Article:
You are here

  1. Home
  2. The Open University aims to help transform the fortunes of employers

The Open University aims to help transform the fortunes of employers

In another collaboration with the British Chambers of Commerce (BCC) The Open University (OU) is contributing its 50 years of experience working with businesses to help employers prosper by assisting them in developing the skills they need.

It’s all part of the BCC’s new Future of the UK Economy initiative, chaired by the OU’s Chancellor Baroness Martha Lane Fox, who is also the BCC president.

The OU is part of the organisation’s Business Council, launched last year, which has identified five work areas known as “challenges” and the OU is part of the “People and Work Challenge”.

Recommendations for the UK economy future

The People and Work Challenge has contributed to a ten-point policy plan to develop realistic recommendations for the future of the UK economy, plus fresh and compelling proposals for the UK government.

These include improving access to apprenticeships and rolling out the Lifelong Learning Entitlement, plus ensuring leaders, managers and workforces are better equipped for a more digital and automated workplace.

According to the BCC’s latest Quarterly Recruitment Outlook, published in January 2024, three quarters (76%) of companies attempting to recruit are facing difficulties, with a clear discrepancy between skills available and skills needed.

The survey says it is estimated that by 2030, nine in ten employees will need to reskill.

The OU’s own Business Barometer report from last year (published in partnership with the BCC), found that over a half (54%) of organisations don’t have any specific initiatives, skills programmes or workplace adjustments in place for specific talent pools including underrepresented groups such as people with disabilities or workers from diverse ethnicities.

Through our close partnership with the British Chambers of Commerce, The Open University has actively contributed to this report, sharing more than five decades of experience in working with the business community to develop skills for work through the delivery of high quality, lifelong learning to individuals.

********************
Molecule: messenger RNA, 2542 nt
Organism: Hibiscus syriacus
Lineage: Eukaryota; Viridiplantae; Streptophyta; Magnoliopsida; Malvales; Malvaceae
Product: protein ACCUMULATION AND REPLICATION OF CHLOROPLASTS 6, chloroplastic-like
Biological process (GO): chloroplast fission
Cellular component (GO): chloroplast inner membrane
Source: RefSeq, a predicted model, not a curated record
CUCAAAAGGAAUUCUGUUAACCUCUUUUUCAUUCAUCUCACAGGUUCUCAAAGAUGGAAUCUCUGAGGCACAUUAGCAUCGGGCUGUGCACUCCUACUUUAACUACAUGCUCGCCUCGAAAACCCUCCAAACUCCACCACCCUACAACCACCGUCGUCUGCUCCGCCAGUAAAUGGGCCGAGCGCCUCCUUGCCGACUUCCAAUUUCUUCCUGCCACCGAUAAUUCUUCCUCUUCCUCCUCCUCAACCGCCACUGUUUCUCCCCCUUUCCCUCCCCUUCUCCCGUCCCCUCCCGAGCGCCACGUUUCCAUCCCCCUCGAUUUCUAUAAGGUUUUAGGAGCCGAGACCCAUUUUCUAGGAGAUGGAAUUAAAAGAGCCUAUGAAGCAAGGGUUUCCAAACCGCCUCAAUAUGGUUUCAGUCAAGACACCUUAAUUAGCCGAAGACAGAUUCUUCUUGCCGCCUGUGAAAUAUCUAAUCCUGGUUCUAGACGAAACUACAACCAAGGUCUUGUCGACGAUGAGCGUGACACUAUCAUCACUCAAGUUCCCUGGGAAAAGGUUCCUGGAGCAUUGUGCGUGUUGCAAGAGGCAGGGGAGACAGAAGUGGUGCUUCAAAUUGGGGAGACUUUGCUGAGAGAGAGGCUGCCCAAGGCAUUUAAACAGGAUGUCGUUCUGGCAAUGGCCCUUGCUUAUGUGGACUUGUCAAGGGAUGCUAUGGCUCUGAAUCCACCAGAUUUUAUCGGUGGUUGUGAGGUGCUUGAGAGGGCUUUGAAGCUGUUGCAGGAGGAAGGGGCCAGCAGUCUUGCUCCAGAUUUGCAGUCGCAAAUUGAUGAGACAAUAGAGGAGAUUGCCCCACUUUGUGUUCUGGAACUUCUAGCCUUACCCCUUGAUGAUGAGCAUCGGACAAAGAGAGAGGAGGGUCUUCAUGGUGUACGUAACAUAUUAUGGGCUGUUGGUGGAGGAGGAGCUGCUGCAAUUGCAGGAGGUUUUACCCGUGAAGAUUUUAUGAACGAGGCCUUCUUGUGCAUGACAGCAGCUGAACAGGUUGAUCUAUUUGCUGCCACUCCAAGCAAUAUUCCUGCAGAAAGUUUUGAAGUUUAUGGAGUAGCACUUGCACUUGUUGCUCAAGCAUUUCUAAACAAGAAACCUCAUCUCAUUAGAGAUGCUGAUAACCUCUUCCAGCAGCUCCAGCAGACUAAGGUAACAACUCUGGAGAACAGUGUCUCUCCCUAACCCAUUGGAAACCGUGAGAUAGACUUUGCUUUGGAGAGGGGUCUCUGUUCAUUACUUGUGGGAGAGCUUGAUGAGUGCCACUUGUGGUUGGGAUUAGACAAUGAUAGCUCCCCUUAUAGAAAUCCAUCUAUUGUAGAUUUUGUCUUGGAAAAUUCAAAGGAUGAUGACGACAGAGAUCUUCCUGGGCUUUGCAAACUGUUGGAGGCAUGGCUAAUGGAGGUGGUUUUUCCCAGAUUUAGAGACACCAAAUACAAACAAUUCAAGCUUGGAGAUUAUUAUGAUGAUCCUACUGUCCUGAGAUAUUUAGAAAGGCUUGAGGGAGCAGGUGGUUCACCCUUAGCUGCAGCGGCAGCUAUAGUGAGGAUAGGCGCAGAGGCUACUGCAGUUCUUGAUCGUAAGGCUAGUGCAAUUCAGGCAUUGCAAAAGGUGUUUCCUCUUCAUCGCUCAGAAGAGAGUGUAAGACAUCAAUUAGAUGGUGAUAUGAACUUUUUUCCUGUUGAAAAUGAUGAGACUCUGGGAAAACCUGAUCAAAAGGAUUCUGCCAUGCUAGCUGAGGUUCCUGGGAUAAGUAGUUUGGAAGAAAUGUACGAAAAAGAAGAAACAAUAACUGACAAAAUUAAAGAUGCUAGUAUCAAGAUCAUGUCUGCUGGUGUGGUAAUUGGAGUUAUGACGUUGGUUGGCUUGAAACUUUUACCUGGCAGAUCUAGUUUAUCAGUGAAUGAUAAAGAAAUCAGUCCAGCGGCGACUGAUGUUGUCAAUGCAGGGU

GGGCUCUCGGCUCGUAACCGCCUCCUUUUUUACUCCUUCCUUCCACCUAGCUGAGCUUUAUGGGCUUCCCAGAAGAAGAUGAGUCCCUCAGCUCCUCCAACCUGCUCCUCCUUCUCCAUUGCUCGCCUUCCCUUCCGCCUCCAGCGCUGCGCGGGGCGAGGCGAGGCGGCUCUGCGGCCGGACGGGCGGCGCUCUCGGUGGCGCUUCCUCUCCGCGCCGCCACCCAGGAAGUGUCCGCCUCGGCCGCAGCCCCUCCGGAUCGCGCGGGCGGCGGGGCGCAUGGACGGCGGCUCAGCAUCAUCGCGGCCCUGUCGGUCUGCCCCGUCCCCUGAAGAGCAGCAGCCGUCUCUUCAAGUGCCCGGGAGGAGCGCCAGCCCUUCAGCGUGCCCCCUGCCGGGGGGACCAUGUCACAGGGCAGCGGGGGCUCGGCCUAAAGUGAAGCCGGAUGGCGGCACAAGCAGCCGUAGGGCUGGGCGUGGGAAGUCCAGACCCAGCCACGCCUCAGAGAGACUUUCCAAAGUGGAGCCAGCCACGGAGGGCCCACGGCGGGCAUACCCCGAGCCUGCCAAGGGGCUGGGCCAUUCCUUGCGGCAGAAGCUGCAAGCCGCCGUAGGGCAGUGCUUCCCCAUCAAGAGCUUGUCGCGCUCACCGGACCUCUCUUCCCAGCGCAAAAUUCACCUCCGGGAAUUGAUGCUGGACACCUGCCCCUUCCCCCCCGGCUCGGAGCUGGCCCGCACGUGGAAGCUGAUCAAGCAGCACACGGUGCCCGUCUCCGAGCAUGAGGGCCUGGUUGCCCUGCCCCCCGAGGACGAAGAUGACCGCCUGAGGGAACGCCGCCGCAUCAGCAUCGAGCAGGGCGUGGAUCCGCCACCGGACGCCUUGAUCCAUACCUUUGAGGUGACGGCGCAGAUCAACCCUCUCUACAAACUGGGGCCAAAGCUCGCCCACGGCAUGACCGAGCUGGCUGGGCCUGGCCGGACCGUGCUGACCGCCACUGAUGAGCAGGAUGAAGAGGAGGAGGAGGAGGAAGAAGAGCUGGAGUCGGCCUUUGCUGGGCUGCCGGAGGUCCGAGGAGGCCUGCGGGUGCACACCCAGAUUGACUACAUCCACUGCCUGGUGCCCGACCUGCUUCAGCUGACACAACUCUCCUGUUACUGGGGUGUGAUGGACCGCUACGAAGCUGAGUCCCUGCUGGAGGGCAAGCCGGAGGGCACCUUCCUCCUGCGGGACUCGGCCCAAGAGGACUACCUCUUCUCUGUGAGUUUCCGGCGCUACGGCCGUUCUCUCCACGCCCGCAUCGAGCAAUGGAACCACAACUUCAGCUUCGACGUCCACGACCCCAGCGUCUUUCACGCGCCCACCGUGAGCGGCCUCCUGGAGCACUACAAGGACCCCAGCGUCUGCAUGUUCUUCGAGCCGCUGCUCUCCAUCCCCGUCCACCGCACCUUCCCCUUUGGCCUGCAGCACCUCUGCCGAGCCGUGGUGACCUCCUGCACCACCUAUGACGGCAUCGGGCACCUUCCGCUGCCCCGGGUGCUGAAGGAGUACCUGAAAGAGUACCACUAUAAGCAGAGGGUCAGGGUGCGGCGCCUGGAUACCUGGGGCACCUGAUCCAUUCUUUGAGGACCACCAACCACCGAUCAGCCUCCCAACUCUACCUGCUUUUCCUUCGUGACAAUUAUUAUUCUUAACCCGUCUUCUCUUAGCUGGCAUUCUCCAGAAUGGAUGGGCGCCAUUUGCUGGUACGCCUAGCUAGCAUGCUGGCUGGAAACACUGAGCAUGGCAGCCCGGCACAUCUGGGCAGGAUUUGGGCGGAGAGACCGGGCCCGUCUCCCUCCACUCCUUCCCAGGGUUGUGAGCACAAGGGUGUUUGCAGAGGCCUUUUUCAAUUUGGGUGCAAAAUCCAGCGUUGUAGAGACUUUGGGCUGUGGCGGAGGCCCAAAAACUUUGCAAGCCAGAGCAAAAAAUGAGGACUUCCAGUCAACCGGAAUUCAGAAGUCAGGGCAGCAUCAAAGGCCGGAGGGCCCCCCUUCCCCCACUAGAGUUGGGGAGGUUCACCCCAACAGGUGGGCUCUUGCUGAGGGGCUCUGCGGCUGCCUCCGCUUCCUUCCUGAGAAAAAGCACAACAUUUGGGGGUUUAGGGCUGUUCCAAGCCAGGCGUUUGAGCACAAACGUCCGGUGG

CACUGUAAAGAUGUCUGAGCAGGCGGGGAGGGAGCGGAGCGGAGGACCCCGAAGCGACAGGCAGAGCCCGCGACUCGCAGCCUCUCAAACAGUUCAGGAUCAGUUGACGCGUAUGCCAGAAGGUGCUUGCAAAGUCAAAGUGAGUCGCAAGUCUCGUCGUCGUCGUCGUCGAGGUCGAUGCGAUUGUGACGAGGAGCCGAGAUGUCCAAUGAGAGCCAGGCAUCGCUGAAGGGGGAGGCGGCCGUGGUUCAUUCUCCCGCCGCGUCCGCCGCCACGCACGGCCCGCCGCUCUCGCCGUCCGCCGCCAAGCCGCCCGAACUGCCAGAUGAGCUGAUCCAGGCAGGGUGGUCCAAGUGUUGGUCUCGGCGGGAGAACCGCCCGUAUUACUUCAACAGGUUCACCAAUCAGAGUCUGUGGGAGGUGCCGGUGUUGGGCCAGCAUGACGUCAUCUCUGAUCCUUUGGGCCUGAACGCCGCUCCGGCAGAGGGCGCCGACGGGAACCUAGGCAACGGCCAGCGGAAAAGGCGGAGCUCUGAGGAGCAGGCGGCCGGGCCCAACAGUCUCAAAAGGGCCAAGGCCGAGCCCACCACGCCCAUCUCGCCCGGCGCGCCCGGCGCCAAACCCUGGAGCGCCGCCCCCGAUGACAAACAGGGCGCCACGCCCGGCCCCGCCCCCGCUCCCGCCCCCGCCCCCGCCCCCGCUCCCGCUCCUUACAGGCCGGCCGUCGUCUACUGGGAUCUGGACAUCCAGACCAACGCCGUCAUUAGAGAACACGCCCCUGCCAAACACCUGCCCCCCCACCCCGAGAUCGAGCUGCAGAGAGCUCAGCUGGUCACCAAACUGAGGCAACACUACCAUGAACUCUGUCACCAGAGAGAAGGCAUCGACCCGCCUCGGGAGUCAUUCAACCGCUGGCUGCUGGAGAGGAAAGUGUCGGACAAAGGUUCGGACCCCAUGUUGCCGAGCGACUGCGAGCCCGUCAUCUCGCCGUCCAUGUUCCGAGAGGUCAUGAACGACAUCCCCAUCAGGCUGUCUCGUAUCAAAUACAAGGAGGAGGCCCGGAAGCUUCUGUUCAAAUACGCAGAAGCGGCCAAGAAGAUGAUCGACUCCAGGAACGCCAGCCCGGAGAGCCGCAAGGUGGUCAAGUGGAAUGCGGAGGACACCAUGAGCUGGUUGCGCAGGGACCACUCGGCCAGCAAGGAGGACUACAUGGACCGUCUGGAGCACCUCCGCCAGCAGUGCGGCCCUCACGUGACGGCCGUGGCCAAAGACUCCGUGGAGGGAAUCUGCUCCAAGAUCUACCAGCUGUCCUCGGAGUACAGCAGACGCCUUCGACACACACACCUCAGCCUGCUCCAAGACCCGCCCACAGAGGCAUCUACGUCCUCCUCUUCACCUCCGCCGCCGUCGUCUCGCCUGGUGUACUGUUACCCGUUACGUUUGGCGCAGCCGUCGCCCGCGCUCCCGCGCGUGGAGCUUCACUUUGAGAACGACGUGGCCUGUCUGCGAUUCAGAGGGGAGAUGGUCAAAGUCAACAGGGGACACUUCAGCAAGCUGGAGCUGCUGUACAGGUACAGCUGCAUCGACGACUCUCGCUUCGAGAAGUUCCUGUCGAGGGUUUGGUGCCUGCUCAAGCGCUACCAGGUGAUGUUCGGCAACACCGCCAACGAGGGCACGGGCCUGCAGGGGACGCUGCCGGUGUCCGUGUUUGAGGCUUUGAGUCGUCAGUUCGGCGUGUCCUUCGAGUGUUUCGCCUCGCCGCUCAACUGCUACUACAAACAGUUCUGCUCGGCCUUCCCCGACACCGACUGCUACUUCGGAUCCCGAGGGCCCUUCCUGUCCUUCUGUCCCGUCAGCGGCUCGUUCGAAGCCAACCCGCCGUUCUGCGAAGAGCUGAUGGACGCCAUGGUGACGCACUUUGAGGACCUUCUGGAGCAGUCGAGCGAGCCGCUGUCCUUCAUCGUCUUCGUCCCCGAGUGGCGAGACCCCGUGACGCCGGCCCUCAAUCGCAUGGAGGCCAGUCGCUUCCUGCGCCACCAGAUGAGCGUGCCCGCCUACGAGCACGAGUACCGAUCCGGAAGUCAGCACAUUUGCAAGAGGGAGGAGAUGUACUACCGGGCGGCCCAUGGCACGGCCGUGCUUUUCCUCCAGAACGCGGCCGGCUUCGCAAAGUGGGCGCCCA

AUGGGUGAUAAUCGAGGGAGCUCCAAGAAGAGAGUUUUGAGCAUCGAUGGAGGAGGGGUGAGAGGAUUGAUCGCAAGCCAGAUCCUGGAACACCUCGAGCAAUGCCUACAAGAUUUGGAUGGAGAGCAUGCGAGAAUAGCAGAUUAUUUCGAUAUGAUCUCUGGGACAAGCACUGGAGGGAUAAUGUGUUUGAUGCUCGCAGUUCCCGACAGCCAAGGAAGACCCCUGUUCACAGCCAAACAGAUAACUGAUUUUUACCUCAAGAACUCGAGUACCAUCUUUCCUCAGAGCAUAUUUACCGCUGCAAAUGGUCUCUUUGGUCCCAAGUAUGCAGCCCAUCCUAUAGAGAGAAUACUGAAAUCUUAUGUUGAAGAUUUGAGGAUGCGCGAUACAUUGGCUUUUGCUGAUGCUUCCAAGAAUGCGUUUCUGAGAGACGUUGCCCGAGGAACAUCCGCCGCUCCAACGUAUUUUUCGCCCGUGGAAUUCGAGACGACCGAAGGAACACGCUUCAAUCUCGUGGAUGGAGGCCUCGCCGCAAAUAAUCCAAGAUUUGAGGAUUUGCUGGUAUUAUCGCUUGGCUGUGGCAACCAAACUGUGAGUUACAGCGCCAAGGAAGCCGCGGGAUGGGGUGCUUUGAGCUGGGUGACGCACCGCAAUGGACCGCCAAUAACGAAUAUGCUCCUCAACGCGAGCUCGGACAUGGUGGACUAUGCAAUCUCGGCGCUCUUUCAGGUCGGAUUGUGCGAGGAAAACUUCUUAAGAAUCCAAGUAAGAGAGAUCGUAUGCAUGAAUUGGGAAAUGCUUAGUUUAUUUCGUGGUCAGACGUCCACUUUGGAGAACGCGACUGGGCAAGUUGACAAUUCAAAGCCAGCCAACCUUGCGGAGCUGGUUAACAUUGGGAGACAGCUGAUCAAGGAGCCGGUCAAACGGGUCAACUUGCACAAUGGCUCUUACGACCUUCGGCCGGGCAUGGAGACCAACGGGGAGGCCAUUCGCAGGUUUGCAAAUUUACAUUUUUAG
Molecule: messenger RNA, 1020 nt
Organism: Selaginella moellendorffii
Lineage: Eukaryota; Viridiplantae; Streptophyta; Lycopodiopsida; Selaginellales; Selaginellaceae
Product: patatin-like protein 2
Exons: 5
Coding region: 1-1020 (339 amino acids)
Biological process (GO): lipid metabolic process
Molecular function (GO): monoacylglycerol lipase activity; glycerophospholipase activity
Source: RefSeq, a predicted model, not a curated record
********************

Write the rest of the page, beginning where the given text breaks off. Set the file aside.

We strongly support the report’s narrative that skills development should be seen by business leaders as an investment and not a cost, and that businesses, particularly smaller employers, need support and funding to strategically develop the skills they need.

There is a long-term, embedded skills gap, which holds back the economy and the report correctly places lifelong training and education as central to tackling this structural issue.

The Open University has a proven track record in collaborating with employers across the public, private and third sectors in delivering a range of flexible learning pathways.

These partnerships, which span across all four nations of the UK, have proved crucial for organisations looking to make the shift from simply recruiting new talent, towards developing their own more diverse, skilled workforces – driving retention in the process.

We hope this report helps to open up these opportunities to more workers at all levels and all ages, and that the recommendations are heeded by current and future governments.

Phil Kenmore
Director – Corporate Development and Partnerships, The Open University

Download the BCC’s People and Work report

Find out how we can help your organisation

Please contact us to speak to one of our business team advisors.

Contact us

Not on our mailing list?

Sign up to receive regular emails that are full of advice and resources to support staff development in your organisation.

Sign up to our emails